In this podcast, the word “foundation” means an idea or fact that something is based on and grows from: “The president said that the foundation for the company’s success is its dedicated employees.” A “foundation” is also the concrete that is on the ground and holds up a building: “During the earthquake, the home moved off of its foundation.” A “foundation” can also be an organization that gives money to people or other organizations for a specific purpose: “The Bill & Melinda Gates Foundation provides a lot of money for healthcare in Africa.” Finally, “foundation” is a colored cream that women put on their faces as makeup so that their skin looks better: “Do you think this foundation is too dark for my skin color?”

Culture Note
In the United States, bookstores sell many books that are written to help people “improve” (make better) their romantic relationships. John Gottman and John Gray are two authors who are very well known “relationship gurus,” or people who give a lot of “advice” (recommendations) about relationships.

Dr. John Gottman is a psychology professor who researches how people “interact” (act with and around each other). He has written many “journal articles” (stories in professional academic magazines) and he has studied many “couples” (a man and a woman in a romantic relationship). His book, Why Marriages Succeed or Fail, explains that what people do in relationships is different from what they think they do. The book sells well, but it isn’t extremely well known.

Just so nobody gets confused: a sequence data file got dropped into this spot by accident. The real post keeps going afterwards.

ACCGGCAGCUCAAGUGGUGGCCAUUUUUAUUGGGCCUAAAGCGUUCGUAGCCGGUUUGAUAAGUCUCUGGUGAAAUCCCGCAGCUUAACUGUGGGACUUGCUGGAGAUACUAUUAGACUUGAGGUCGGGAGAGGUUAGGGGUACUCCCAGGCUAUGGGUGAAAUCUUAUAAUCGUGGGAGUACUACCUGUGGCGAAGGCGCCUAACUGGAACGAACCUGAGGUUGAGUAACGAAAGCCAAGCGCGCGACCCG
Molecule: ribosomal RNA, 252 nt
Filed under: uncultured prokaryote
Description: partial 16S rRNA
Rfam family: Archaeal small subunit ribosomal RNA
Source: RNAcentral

Dr. John Gray doesn’t have as good an education as Dr. Gottman does. He hasn’t done very much research, either. But he is a very good writer and his books are “bestsellers” (books that are very popular). More than ten million copies of his most famous book, Men Are from Mars, Women Are from Venus, have been sold.In his books, he explains that men and women think differently, and he offers many suggestions for how people can change the way they think to improve their marriage.

Dr. Gottman is very well respected by other “academics” (people who are professional teachers and researchers). His work is “recognized” (identified) as “top” (advanced) psychology. In contrast, Dr. Gray is very well known among the general public, and his books are entertaining. His work is usually thought to be part of “pop psychology,” or “popular psychology,” which is based on general opinions instead of research.

Which author would you “turn to” (look for advice from) if your relationship were in trouble?

Comprehension Answers
1 - b

2 - b